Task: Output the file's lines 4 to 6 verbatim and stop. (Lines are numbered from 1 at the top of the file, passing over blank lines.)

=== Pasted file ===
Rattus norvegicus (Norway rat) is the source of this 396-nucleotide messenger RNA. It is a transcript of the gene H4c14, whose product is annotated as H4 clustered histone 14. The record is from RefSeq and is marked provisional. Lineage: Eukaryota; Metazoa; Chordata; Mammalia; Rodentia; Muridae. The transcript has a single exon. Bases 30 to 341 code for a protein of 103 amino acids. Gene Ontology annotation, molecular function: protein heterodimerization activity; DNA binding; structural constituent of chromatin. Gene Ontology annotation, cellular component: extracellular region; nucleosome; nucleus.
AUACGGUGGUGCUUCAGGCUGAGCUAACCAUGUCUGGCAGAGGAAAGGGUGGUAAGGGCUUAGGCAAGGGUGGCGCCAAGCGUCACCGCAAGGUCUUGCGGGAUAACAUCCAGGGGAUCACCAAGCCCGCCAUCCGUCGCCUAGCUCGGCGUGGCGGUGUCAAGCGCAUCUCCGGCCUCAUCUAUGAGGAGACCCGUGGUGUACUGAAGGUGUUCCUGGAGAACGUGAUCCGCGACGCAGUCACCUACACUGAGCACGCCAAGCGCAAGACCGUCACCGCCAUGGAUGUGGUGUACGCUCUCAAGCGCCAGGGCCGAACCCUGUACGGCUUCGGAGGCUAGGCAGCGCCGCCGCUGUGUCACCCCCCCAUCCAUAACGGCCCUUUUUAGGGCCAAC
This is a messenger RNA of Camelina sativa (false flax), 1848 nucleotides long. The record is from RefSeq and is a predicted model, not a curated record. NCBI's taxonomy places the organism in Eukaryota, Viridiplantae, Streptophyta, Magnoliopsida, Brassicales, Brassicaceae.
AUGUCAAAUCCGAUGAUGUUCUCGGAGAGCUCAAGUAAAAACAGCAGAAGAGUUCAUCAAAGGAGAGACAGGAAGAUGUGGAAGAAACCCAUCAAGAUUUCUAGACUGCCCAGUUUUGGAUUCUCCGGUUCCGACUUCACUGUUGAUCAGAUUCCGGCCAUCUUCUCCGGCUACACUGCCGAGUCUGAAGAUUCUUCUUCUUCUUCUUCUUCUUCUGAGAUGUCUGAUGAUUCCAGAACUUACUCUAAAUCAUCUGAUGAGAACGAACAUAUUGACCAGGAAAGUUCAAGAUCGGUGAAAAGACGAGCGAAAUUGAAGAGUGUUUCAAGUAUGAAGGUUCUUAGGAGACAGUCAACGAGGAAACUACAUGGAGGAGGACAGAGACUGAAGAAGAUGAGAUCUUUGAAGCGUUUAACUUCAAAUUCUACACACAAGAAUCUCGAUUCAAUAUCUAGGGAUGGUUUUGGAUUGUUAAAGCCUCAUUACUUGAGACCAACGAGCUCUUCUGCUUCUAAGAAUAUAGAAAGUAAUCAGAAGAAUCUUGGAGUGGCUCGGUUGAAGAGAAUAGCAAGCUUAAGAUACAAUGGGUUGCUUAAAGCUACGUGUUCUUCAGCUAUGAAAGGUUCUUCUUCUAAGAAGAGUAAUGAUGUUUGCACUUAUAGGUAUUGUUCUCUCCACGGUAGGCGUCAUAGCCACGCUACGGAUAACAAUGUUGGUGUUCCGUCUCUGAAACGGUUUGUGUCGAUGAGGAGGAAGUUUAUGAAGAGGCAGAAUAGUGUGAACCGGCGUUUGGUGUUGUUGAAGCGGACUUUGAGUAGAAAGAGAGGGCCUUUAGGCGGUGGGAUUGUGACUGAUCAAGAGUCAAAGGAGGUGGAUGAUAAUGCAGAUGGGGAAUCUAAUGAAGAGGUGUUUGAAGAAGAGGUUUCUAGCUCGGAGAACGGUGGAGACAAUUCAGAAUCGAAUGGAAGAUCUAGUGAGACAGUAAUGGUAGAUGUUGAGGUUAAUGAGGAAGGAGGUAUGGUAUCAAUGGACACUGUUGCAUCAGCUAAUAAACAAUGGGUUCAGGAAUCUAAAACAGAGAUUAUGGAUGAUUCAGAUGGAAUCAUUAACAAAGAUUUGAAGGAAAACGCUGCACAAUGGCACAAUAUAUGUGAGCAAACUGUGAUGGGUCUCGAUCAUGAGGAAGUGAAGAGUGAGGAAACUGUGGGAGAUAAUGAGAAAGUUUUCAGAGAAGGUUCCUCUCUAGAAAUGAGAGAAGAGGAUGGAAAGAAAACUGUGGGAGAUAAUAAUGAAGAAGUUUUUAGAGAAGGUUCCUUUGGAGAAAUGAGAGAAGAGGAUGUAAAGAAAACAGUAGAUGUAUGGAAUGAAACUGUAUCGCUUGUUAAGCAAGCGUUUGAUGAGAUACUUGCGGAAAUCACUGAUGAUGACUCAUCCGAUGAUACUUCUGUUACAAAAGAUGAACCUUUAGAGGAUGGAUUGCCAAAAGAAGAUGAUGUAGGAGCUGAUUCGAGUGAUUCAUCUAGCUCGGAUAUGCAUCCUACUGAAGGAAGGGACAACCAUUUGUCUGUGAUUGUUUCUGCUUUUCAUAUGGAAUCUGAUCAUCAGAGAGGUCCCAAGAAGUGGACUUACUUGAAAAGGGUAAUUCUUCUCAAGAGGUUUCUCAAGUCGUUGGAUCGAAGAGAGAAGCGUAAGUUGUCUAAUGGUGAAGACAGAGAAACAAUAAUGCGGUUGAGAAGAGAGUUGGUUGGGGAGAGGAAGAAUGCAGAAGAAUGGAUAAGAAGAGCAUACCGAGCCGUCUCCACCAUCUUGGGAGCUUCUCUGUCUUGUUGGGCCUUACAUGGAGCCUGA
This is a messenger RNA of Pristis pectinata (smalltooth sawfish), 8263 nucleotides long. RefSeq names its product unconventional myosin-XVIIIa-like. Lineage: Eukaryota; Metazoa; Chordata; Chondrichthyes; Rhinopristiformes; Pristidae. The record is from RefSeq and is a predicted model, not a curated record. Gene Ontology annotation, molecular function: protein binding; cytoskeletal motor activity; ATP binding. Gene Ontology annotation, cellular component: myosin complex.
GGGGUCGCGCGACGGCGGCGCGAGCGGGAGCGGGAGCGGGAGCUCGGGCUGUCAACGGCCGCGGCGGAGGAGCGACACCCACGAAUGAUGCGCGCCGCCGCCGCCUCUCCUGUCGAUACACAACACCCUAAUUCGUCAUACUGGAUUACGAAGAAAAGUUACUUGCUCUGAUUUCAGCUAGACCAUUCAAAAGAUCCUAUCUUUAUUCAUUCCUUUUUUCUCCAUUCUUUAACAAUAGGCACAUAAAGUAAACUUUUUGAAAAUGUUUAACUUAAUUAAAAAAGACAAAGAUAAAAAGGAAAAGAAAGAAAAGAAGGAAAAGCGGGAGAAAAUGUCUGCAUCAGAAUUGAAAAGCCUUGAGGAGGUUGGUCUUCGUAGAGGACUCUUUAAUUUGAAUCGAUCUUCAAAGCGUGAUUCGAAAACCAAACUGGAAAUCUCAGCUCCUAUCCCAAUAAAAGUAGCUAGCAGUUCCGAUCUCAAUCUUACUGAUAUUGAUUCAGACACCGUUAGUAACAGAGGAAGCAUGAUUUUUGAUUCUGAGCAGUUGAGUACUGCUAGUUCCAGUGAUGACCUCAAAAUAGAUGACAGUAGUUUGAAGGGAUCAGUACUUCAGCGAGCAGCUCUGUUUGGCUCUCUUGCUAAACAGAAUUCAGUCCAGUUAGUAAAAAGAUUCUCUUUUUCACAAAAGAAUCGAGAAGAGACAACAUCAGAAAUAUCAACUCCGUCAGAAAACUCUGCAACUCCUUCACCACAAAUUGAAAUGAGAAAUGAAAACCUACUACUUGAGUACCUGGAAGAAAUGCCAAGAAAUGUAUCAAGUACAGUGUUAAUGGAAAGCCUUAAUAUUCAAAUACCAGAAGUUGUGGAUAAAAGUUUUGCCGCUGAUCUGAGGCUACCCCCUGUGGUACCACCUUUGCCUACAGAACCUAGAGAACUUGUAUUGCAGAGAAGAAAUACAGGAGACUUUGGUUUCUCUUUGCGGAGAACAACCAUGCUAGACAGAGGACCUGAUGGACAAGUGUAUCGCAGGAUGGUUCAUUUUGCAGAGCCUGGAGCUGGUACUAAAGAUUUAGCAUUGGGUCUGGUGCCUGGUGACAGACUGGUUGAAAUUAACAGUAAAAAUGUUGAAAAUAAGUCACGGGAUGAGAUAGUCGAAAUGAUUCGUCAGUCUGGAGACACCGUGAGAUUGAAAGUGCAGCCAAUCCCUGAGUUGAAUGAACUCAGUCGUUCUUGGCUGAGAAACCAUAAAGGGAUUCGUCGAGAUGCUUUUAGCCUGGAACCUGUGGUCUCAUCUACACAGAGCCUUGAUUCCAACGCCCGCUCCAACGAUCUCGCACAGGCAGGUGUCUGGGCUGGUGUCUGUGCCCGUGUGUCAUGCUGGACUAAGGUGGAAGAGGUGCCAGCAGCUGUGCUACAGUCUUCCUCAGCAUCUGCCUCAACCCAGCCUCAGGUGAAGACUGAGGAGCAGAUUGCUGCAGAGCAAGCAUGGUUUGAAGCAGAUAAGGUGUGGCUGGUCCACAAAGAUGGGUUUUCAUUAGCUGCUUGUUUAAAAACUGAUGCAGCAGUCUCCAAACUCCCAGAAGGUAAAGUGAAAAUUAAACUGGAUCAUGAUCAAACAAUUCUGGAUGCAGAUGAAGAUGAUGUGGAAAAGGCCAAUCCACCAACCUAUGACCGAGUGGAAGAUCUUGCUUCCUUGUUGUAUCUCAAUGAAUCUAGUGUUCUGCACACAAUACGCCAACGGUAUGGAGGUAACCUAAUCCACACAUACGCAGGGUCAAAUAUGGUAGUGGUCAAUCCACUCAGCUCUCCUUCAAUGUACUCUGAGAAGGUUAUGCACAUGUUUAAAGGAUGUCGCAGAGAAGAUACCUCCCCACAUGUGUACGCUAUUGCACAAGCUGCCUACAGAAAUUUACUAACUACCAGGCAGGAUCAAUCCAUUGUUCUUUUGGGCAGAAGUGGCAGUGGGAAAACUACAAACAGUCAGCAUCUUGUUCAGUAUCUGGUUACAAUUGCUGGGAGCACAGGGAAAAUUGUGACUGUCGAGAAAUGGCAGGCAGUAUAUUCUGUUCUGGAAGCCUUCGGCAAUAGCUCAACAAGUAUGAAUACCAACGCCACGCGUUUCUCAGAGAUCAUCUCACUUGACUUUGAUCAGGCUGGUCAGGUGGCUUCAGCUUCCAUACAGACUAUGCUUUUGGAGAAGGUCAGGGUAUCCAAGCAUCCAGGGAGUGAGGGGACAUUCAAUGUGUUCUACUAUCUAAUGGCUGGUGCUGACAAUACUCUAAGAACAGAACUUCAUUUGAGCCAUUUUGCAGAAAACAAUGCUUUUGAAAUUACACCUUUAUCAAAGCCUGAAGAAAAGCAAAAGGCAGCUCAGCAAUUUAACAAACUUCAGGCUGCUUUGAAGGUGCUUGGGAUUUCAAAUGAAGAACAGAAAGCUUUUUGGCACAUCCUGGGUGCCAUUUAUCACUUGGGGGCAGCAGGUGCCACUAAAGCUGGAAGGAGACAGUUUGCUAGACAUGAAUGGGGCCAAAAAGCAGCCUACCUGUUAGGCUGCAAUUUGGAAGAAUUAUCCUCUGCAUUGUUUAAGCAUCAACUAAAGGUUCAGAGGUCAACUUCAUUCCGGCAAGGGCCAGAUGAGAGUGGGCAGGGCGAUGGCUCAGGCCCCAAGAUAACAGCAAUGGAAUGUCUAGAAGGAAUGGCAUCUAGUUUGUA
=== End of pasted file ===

AUGUCAAAUCCGAUGAUGUUCUCGGAGAGCUCAAGUAAAAACAGCAGAAGAGUUCAUCAAAGGAGAGACAGGAAGAUGUGGAAGAAACCCAUCAAGAUUUCUAGACUGCCCAGUUUUGGAUUCUCCGGUUCCGACUUCACUGUUGAUCAGAUUCCGGCCAUCUUCUCCGGCUACACUGCCGAGUCUGAAGAUUCUUCUUCUUCUUCUUCUUCUUCUGAGAUGUCUGAUGAUUCCAGAACUUACUCUAAAUCAUCUGAUGAGAACGAACAUAUUGACCAGGAAAGUUCAAGAUCGGUGAAAAGACGAGCGAAAUUGAAGAGUGUUUCAAGUAUGAAGGUUCUUAGGAGACAGUCAACGAGGAAACUACAUGGAGGAGGACAGAGACUGAAGAAGAUGAGAUCUUUGAAGCGUUUAACUUCAAAUUCUACACACAAGAAUCUCGAUUCAAUAUCUAGGGAUGGUUUUGGAUUGUUAAAGCCUCAUUACUUGAGACCAACGAGCUCUUCUGCUUCUAAGAAUAUAGAAAGUAAUCAGAAGAAUCUUGGAGUGGCUCGGUUGAAGAGAAUAGCAAGCUUAAGAUACAAUGGGUUGCUUAAAGCUACGUGUUCUUCAGCUAUGAAAGGUUCUUCUUCUAAGAAGAGUAAUGAUGUUUGCACUUAUAGGUAUUGUUCUCUCCACGGUAGGCGUCAUAGCCACGCUACGGAUAACAAUGUUGGUGUUCCGUCUCUGAAACGGUUUGUGUCGAUGAGGAGGAAGUUUAUGAAGAGGCAGAAUAGUGUGAACCGGCGUUUGGUGUUGUUGAAGCGGACUUUGAGUAGAAAGAGAGGGCCUUUAGGCGGUGGGAUUGUGACUGAUCAAGAGUCAAAGGAGGUGGAUGAUAAUGCAGAUGGGGAAUCUAAUGAAGAGGUGUUUGAAGAAGAGGUUUCUAGCUCGGAGAACGGUGGAGACAAUUCAGAAUCGAAUGGAAGAUCUAGUGAGACAGUAAUGGUAGAUGUUGAGGUUAAUGAGGAAGGAGGUAUGGUAUCAAUGGACACUGUUGCAUCAGCUAAUAAACAAUGGGUUCAGGAAUCUAAAACAGAGAUUAUGGAUGAUUCAGAUGGAAUCAUUAACAAAGAUUUGAAGGAAAACGCUGCACAAUGGCACAAUAUAUGUGAGCAAACUGUGAUGGGUCUCGAUCAUGAGGAAGUGAAGAGUGAGGAAACUGUGGGAGAUAAUGAGAAAGUUUUCAGAGAAGGUUCCUCUCUAGAAAUGAGAGAAGAGGAUGGAAAGAAAACUGUGGGAGAUAAUAAUGAAGAAGUUUUUAGAGAAGGUUCCUUUGGAGAAAUGAGAGAAGAGGAUGUAAAGAAAACAGUAGAUGUAUGGAAUGAAACUGUAUCGCUUGUUAAGCAAGCGUUUGAUGAGAUACUUGCGGAAAUCACUGAUGAUGACUCAUCCGAUGAUACUUCUGUUACAAAAGAUGAACCUUUAGAGGAUGGAUUGCCAAAAGAAGAUGAUGUAGGAGCUGAUUCGAGUGAUUCAUCUAGCUCGGAUAUGCAUCCUACUGAAGGAAGGGACAACCAUUUGUCUGUGAUUGUUUCUGCUUUUCAUAUGGAAUCUGAUCAUCAGAGAGGUCCCAAGAAGUGGACUUACUUGAAAAGGGUAAUUCUUCUCAAGAGGUUUCUCAAGUCGUUGGAUCGAAGAGAGAAGCGUAAGUUGUCUAAUGGUGAAGACAGAGAAACAAUAAUGCGGUUGAGAAGAGAGUUGGUUGGGGAGAGGAAGAAUGCAGAAGAAUGGAUAAGAAGAGCAUACCGAGCCGUCUCCACCAUCUUGGGAGCUUCUCUGUCUUGUUGGGCCUUACAUGGAGCCUGA
This is a messenger RNA of Pristis pectinata (smalltooth sawfish), 8263 nucleotides long. RefSeq names its product unconventional myosin-XVIIIa-like. Lineage: Eukaryota; Metazoa; Chordata; Chondrichthyes; Rhinopristiformes; Pristidae. The record is from RefSeq and is a predicted model, not a curated record. Gene Ontology annotation, molecular function: protein binding; cytoskeletal motor activity; ATP binding. Gene Ontology annotation, cellular component: myosin complex.
GGGGUCGCGCGACGGCGGCGCGAGCGGGAGCGGGAGCGGGAGCUCGGGCUGUCAACGGCCGCGGCGGAGGAGCGACACCCACGAAUGAUGCGCGCCGCCGCCGCCUCUCCUGUCGAUACACAACACCCUAAUUCGUCAUACUGGAUUACGAAGAAAAGUUACUUGCUCUGAUUUCAGCUAGACCAUUCAAAAGAUCCUAUCUUUAUUCAUUCCUUUUUUCUCCAUUCUUUAACAAUAGGCACAUAAAGUAAACUUUUUGAAAAUGUUUAACUUAAUUAAAAAAGACAAAGAUAAAAAGGAAAAGAAAGAAAAGAAGGAAAAGCGGGAGAAAAUGUCUGCAUCAGAAUUGAAAAGCCUUGAGGAGGUUGGUCUUCGUAGAGGACUCUUUAAUUUGAAUCGAUCUUCAAAGCGUGAUUCGAAAACCAAACUGGAAAUCUCAGCUCCUAUCCCAAUAAAAGUAGCUAGCAGUUCCGAUCUCAAUCUUACUGAUAUUGAUUCAGACACCGUUAGUAACAGAGGAAGCAUGAUUUUUGAUUCUGAGCAGUUGAGUACUGCUAGUUCCAGUGAUGACCUCAAAAUAGAUGACAGUAGUUUGAAGGGAUCAGUACUUCAGCGAGCAGCUCUGUUUGGCUCUCUUGCUAAACAGAAUUCAGUCCAGUUAGUAAAAAGAUUCUCUUUUUCACAAAAGAAUCGAGAAGAGACAACAUCAGAAAUAUCAACUCCGUCAGAAAACUCUGCAACUCCUUCACCACAAAUUGAAAUGAGAAAUGAAAACCUACUACUUGAGUACCUGGAAGAAAUGCCAAGAAAUGUAUCAAGUACAGUGUUAAUGGAAAGCCUUAAUAUUCAAAUACCAGAAGUUGUGGAUAAAAGUUUUGCCGCUGAUCUGAGGCUACCCCCUGUGGUACCACCUUUGCCUACAGAACCUAGAGAACUUGUAUUGCAGAGAAGAAAUACAGGAGACUUUGGUUUCUCUUUGCGGAGAACAACCAUGCUAGACAGAGGACCUGAUGGACAAGUGUAUCGCAGGAUGGUUCAUUUUGCAGAGCCUGGAGCUGGUACUAAAGAUUUAGCAUUGGGUCUGGUGCCUGGUGACAGACUGGUUGAAAUUAACAGUAAAAAUGUUGAAAAUAAGUCACGGGAUGAGAUAGUCGAAAUGAUUCGUCAGUCUGGAGACACCGUGAGAUUGAAAGUGCAGCCAAUCCCUGAGUUGAAUGAACUCAGUCGUUCUUGGCUGAGAAACCAUAAAGGGAUUCGUCGAGAUGCUUUUAGCCUGGAACCUGUGGUCUCAUCUACACAGAGCCUUGAUUCCAACGCCCGCUCCAACGAUCUCGCACAGGCAGGUGUCUGGGCUGGUGUCUGUGCCCGUGUGUCAUGCUGGACUAAGGUGGAAGAGGUGCCAGCAGCUGUGCUACAGUCUUCCUCAGCAUCUGCCUCAACCCAGCCUCAGGUGAAGACUGAGGAGCAGAUUGCUGCAGAGCAAGCAUGGUUUGAAGCAGAUAAGGUGUGGCUGGUCCACAAAGAUGGGUUUUCAUUAGCUGCUUGUUUAAAAACUGAUGCAGCAGUCUCCAAACUCCCAGAAGGUAAAGUGAAAAUUAAACUGGAUCAUGAUCAAACAAUUCUGGAUGCAGAUGAAGAUGAUGUGGAAAAGGCCAAUCCACCAACCUAUGACCGAGUGGAAGAUCUUGCUUCCUUGUUGUAUCUCAAUGAAUCUAGUGUUCUGCACACAAUACGCCAACGGUAUGGAGGUAACCUAAUCCACACAUACGCAGGGUCAAAUAUGGUAGUGGUCAAUCCACUCAGCUCUCCUUCAAUGUACUCUGAGAAGGUUAUGCACAUGUUUAAAGGAUGUCGCAGAGAAGAUACCUCCCCACAUGUGUACGCUAUUGCACAAGCUGCCUACAGAAAUUUACUAACUACCAGGCAGGAUCAAUCCAUUGUUCUUUUGGGCAGAAGUGGCAGUGGGAAAACUACAAACAGUCAGCAUCUUGUUCAGUAUCUGGUUACAAUUGCUGGGAGCACAGGGAAAAUUGUGACUGUCGAGAAAUGGCAGGCAGUAUAUUCUGUUCUGGAAGCCUUCGGCAAUAGCUCAACAAGUAUGAAUACCAACGCCACGCGUUUCUCAGAGAUCAUCUCACUUGACUUUGAUCAGGCUGGUCAGGUGGCUUCAGCUUCCAUACAGACUAUGCUUUUGGAGAAGGUCAGGGUAUCCAAGCAUCCAGGGAGUGAGGGGACAUUCAAUGUGUUCUACUAUCUAAUGGCUGGUGCUGACAAUACUCUAAGAACAGAACUUCAUUUGAGCCAUUUUGCAGAAAACAAUGCUUUUGAAAUUACACCUUUAUCAAAGCCUGAAGAAAAGCAAAAGGCAGCUCAGCAAUUUAACAAACUUCAGGCUGCUUUGAAGGUGCUUGGGAUUUCAAAUGAAGAACAGAAAGCUUUUUGGCACAUCCUGGGUGCCAUUUAUCACUUGGGGGCAGCAGGUGCCACUAAAGCUGGAAGGAGACAGUUUGCUAGACAUGAAUGGGGCCAAAAAGCAGCCUACCUGUUAGGCUGCAAUUUGGAAGAAUUAUCCUCUGCAUUGUUUAAGCAUCAACUAAAGGUUCAGAGGUCAACUUCAUUCCGGCAAGGGCCAGAUGAGAGUGGGCAGGGCGAUGGCUCAGGCCCCAAGAUAACAGCAAUGGAAUGUCUAGAAGGAAUGGCAUCUAGUUUGUA